Connectivism – Learning Theory or Tool for Learning (Friedman’s paper)

Connectivism – Learning Theory or Tool for Learning

Mark Friedman

October 2, 2008

 

Apologies to start this informal paper with a quote, but it really is my abstract…

 

“The idea of learning through digital connections and peer collaboration enhanced by technologies driving Web 2.0. Users/Learners are empowered to search, create, and collaborate in order to fulfill intrinsic needs to learn new information.” (eLearning Guild, E-Learning 2.0 “Learning in a Web 2.0 World”, Wexler et al, 23 Sept 2008)

 

I think that Connectivism helps explain why certain Web 2.0 technologies actually work – and help people achieve desired learning. Obviously, we are all told that tools don’t solve problems, but that people do. Using these tools in a creative and innovative ways is how people vary and some leverage these tools differently than others can.  What excited me about the deep thinking that CCK08 has helped me perform over the past four weeks, is mostly surrounding the results of an integrated network – what I have begun to refer to as a Personal Learning Environment/Network (PLE).

 

“The pipe is more important than the content within the pipe… A real challenge for any learning theory is to actuate known knowledge at the point of application.” (http://www.elearnspace.org/Articles/connectivism.htm, “A Learning Theory for the Digital Age”, Siemens, 12 Dec 2004)

 

This quote by George Siemens resonated with me, in that it brought together my prior knowledge of McCluhan (Medium is the Message) with my a-priori knowledge that LinkedIN’s primary value had to lay in the business/social network aspect of the service. I have actually utilized this free tool, at the point of application, so to speak, as a last minute source for what needs to be called market research, and possibly even Subject Matter Expertise. So whether or not I had given any thought to what a Learning Theory was, before CCK08 began, really becomes less relevant than my realization that my prior use of Facebook, Second Life, Twitter, AIM, Google Docs & Reader and LinkedIN…. essentially I have understood how these tools are actually learning tools and how they can be combined to form a fluid PLE.

 

I do want to spend some time in CCK08 exploring the idea that shear acceleration of information growth in our society is bound to have a profound impact on our Personal Learning – just like it is on our formal learning constructs. Today’s kindergartners will graduate high school facing 128 times as much information as today. Obviously, we need disruptive technologies, as well as wonderful innovation tools just to be able to handle the enormous information overload. Communication skills, creative skills and analytic skills are all three going to be ever more important (and sometimes I think more rare than they should be, but that’s a reflection on our formal learning institutions!).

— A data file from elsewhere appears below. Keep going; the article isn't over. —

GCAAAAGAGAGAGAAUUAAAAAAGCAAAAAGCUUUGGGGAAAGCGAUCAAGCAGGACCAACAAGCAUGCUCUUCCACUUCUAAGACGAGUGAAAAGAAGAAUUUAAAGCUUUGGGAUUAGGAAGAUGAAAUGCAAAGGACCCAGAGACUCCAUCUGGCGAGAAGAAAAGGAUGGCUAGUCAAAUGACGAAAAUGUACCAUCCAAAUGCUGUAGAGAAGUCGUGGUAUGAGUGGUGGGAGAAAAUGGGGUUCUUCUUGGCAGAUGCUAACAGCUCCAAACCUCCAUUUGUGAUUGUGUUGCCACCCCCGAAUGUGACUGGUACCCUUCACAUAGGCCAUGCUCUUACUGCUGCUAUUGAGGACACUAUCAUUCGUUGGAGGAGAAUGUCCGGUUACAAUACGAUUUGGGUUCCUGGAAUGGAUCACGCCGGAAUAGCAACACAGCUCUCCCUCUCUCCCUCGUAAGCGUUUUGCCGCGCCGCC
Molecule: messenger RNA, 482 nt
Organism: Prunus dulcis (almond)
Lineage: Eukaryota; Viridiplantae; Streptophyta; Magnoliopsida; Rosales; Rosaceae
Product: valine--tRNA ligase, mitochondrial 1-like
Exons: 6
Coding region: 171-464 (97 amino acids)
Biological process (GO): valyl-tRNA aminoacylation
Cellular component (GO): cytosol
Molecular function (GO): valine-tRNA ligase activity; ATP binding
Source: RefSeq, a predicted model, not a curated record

Some questions have come to mind so far in this course, including what are the real implications of Connectivism within society, and specifically within the Educational Community. Of course, I have posted that question in LinkedIN already to attempt to get the audience’s opinion on that (smile). I also agree with a fellow classmate, Tom Whyte, who posted a thought, of “what number of participants in a network are required to make it valid and/or effective”? Is there something magical about the 100-node network? What advantages are there is growing from 125 up to 175 people? These are things I would still like to research and learn about.

 

Ending with a pertinent quote, from my LinkedIN Q&A, posted at 7am today, and answered within 4 hours (i.e. what a great Web 2.0 network!):

 

“What then constitutes the safest and most effective learning environment? Some believe that you have to contextualize learning to achieve efficiency. Other believe that abstract learning is better, followed by vocational training as required. These issues are independent of the growth in the volume of information available to be learned. Selection criteria of the content to be offered for learning is not the same as the activity of learning. However, you correctly imply that it is a nonsense to distinguish between theories of cognition and theories of learning. How the mind acquires signals, attributes meaning both denotative and connotative, and operationalizes activity based on those meanings is a complex but single process representing the ability to learn and adapt behavior based on that learning.” (David Marshall, 2 Oct 2008)

 

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